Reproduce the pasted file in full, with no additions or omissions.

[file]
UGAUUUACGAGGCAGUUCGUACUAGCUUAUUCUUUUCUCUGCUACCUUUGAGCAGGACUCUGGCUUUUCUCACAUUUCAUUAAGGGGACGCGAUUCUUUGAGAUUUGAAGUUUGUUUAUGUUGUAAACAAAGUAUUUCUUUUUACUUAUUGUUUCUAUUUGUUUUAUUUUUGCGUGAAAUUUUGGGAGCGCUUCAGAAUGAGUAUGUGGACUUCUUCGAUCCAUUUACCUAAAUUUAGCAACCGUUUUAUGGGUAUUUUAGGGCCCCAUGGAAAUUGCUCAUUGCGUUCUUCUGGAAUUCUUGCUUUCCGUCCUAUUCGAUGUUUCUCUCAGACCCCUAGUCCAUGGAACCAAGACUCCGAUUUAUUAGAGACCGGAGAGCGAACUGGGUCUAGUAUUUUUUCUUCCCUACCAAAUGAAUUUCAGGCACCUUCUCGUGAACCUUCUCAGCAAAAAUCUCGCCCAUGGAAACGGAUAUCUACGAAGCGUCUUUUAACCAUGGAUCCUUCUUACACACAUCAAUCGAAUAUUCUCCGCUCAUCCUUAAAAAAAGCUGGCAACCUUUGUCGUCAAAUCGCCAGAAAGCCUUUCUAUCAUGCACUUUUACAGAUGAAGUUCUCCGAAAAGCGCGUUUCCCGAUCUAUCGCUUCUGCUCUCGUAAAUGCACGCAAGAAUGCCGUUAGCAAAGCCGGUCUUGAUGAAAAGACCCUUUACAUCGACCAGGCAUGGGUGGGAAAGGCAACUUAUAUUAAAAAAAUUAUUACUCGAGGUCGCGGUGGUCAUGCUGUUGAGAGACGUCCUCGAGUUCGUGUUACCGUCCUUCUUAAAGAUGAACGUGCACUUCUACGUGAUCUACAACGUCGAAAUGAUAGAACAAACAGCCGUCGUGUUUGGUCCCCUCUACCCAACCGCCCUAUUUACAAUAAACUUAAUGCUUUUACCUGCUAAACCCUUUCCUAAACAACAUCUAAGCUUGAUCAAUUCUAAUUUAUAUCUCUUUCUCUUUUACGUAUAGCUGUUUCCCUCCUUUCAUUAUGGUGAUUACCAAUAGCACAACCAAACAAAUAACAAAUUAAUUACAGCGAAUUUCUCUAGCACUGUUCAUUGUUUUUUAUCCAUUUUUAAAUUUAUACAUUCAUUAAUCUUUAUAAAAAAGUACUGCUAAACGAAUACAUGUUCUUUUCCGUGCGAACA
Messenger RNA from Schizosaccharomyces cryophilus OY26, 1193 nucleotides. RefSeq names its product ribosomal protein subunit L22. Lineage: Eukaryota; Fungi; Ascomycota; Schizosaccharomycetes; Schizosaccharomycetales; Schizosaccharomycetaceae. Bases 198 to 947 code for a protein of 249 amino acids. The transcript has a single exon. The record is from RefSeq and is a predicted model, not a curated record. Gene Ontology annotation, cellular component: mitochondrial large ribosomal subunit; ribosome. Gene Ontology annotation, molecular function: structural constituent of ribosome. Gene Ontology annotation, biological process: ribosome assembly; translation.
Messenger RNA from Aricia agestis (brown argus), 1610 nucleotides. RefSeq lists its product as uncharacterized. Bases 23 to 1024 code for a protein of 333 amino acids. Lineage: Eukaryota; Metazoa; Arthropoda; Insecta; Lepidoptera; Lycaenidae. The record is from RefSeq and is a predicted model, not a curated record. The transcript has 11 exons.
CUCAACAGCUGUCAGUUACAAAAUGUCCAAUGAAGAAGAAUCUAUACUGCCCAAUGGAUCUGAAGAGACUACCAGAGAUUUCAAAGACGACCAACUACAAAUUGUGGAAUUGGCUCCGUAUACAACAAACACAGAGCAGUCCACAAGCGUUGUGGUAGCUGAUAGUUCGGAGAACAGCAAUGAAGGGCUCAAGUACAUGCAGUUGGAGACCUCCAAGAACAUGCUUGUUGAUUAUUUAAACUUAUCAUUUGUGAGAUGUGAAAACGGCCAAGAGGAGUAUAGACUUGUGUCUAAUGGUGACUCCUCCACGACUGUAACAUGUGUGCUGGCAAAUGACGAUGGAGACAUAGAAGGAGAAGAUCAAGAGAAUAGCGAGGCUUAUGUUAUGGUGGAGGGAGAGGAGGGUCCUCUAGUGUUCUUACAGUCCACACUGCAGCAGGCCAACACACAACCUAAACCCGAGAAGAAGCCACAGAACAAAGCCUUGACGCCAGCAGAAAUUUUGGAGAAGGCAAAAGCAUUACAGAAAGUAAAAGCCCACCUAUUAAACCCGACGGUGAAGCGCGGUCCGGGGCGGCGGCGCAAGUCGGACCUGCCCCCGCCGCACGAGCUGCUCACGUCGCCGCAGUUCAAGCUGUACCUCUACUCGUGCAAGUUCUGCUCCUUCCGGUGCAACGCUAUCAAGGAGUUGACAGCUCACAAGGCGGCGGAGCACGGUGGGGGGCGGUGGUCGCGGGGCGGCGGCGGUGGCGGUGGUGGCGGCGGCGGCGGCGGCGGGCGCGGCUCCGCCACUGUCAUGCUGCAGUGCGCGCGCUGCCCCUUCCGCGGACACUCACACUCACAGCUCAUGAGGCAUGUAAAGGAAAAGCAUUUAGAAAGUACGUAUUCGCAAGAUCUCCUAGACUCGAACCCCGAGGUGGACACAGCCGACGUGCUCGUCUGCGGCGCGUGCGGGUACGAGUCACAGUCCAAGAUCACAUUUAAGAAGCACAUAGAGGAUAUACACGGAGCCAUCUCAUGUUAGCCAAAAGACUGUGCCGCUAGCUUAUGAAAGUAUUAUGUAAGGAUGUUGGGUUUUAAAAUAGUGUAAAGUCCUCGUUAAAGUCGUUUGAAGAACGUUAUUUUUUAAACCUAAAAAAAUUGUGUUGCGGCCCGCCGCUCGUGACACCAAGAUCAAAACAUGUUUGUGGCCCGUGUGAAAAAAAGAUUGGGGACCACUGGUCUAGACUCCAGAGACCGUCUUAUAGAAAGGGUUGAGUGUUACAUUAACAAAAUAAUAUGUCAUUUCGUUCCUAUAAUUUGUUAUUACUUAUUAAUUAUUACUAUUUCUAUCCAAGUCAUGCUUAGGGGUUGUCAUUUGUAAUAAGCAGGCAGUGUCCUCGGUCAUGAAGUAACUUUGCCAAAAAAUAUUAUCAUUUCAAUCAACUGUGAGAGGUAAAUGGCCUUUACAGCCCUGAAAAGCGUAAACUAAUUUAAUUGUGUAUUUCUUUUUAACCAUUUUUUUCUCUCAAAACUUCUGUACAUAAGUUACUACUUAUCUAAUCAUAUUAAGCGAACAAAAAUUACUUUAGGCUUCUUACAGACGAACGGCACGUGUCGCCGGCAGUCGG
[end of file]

UGAUUUACGAGGCAGUUCGUACUAGCUUAUUCUUUUCUCUGCUACCUUUGAGCAGGACUCUGGCUUUUCUCACAUUUCAUUAAGGGGACGCGAUUCUUUGAGAUUUGAAGUUUGUUUAUGUUGUAAACAAAGUAUUUCUUUUUACUUAUUGUUUCUAUUUGUUUUAUUUUUGCGUGAAAUUUUGGGAGCGCUUCAGAAUGAGUAUGUGGACUUCUUCGAUCCAUUUACCUAAAUUUAGCAACCGUUUUAUGGGUAUUUUAGGGCCCCAUGGAAAUUGCUCAUUGCGUUCUUCUGGAAUUCUUGCUUUCCGUCCUAUUCGAUGUUUCUCUCAGACCCCUAGUCCAUGGAACCAAGACUCCGAUUUAUUAGAGACCGGAGAGCGAACUGGGUCUAGUAUUUUUUCUUCCCUACCAAAUGAAUUUCAGGCACCUUCUCGUGAACCUUCUCAGCAAAAAUCUCGCCCAUGGAAACGGAUAUCUACGAAGCGUCUUUUAACCAUGGAUCCUUCUUACACACAUCAAUCGAAUAUUCUCCGCUCAUCCUUAAAAAAAGCUGGCAACCUUUGUCGUCAAAUCGCCAGAAAGCCUUUCUAUCAUGCACUUUUACAGAUGAAGUUCUCCGAAAAGCGCGUUUCCCGAUCUAUCGCUUCUGCUCUCGUAAAUGCACGCAAGAAUGCCGUUAGCAAAGCCGGUCUUGAUGAAAAGACCCUUUACAUCGACCAGGCAUGGGUGGGAAAGGCAACUUAUAUUAAAAAAAUUAUUACUCGAGGUCGCGGUGGUCAUGCUGUUGAGAGACGUCCUCGAGUUCGUGUUACCGUCCUUCUUAAAGAUGAACGUGCACUUCUACGUGAUCUACAACGUCGAAAUGAUAGAACAAACAGCCGUCGUGUUUGGUCCCCUCUACCCAACCGCCCUAUUUACAAUAAACUUAAUGCUUUUACCUGCUAAACCCUUUCCUAAACAACAUCUAAGCUUGAUCAAUUCUAAUUUAUAUCUCUUUCUCUUUUACGUAUAGCUGUUUCCCUCCUUUCAUUAUGGUGAUUACCAAUAGCACAACCAAACAAAUAACAAAUUAAUUACAGCGAAUUUCUCUAGCACUGUUCAUUGUUUUUUAUCCAUUUUUAAAUUUAUACAUUCAUUAAUCUUUAUAAAAAAGUACUGCUAAACGAAUACAUGUUCUUUUCCGUGCGAACA
Messenger RNA from Schizosaccharomyces cryophilus OY26, 1193 nucleotides. RefSeq names its product ribosomal protein subunit L22. Lineage: Eukaryota; Fungi; Ascomycota; Schizosaccharomycetes; Schizosaccharomycetales; Schizosaccharomycetaceae. Bases 198 to 947 code for a protein of 249 amino acids. The transcript has a single exon. The record is from RefSeq and is a predicted model, not a curated record. Gene Ontology annotation, cellular component: mitochondrial large ribosomal subunit; ribosome. Gene Ontology annotation, molecular function: structural constituent of ribosome. Gene Ontology annotation, biological process: ribosome assembly; translation.
Messenger RNA from Aricia agestis (brown argus), 1610 nucleotides. RefSeq lists its product as uncharacterized. Bases 23 to 1024 code for a protein of 333 amino acids. Lineage: Eukaryota; Metazoa; Arthropoda; Insecta; Lepidoptera; Lycaenidae. The record is from RefSeq and is a predicted model, not a curated record. The transcript has 11 exons.
CUCAACAGCUGUCAGUUACAAAAUGUCCAAUGAAGAAGAAUCUAUACUGCCCAAUGGAUCUGAAGAGACUACCAGAGAUUUCAAAGACGACCAACUACAAAUUGUGGAAUUGGCUCCGUAUACAACAAACACAGAGCAGUCCACAAGCGUUGUGGUAGCUGAUAGUUCGGAGAACAGCAAUGAAGGGCUCAAGUACAUGCAGUUGGAGACCUCCAAGAACAUGCUUGUUGAUUAUUUAAACUUAUCAUUUGUGAGAUGUGAAAACGGCCAAGAGGAGUAUAGACUUGUGUCUAAUGGUGACUCCUCCACGACUGUAACAUGUGUGCUGGCAAAUGACGAUGGAGACAUAGAAGGAGAAGAUCAAGAGAAUAGCGAGGCUUAUGUUAUGGUGGAGGGAGAGGAGGGUCCUCUAGUGUUCUUACAGUCCACACUGCAGCAGGCCAACACACAACCUAAACCCGAGAAGAAGCCACAGAACAAAGCCUUGACGCCAGCAGAAAUUUUGGAGAAGGCAAAAGCAUUACAGAAAGUAAAAGCCCACCUAUUAAACCCGACGGUGAAGCGCGGUCCGGGGCGGCGGCGCAAGUCGGACCUGCCCCCGCCGCACGAGCUGCUCACGUCGCCGCAGUUCAAGCUGUACCUCUACUCGUGCAAGUUCUGCUCCUUCCGGUGCAACGCUAUCAAGGAGUUGACAGCUCACAAGGCGGCGGAGCACGGUGGGGGGCGGUGGUCGCGGGGCGGCGGCGGUGGCGGUGGUGGCGGCGGCGGCGGCGGCGGGCGCGGCUCCGCCACUGUCAUGCUGCAGUGCGCGCGCUGCCCCUUCCGCGGACACUCACACUCACAGCUCAUGAGGCAUGUAAAGGAAAAGCAUUUAGAAAGUACGUAUUCGCAAGAUCUCCUAGACUCGAACCCCGAGGUGGACACAGCCGACGUGCUCGUCUGCGGCGCGUGCGGGUACGAGUCACAGUCCAAGAUCACAUUUAAGAAGCACAUAGAGGAUAUACACGGAGCCAUCUCAUGUUAGCCAAAAGACUGUGCCGCUAGCUUAUGAAAGUAUUAUGUAAGGAUGUUGGGUUUUAAAAUAGUGUAAAGUCCUCGUUAAAGUCGUUUGAAGAACGUUAUUUUUUAAACCUAAAAAAAUUGUGUUGCGGCCCGCCGCUCGUGACACCAAGAUCAAAACAUGUUUGUGGCCCGUGUGAAAAAAAGAUUGGGGACCACUGGUCUAGACUCCAGAGACCGUCUUAUAGAAAGGGUUGAGUGUUACAUUAACAAAAUAAUAUGUCAUUUCGUUCCUAUAAUUUGUUAUUACUUAUUAAUUAUUACUAUUUCUAUCCAAGUCAUGCUUAGGGGUUGUCAUUUGUAAUAAGCAGGCAGUGUCCUCGGUCAUGAAGUAACUUUGCCAAAAAAUAUUAUCAUUUCAAUCAACUGUGAGAGGUAAAUGGCCUUUACAGCCCUGAAAAGCGUAAACUAAUUUAAUUGUGUAUUUCUUUUUAACCAUUUUUUUCUCUCAAAACUUCUGUACAUAAGUUACUACUUAUCUAAUCAUAUUAAGCGAACAAAAAUUACUUUAGGCUUCUUACAGACGAACGGCACGUGUCGCCGGCAGUCGG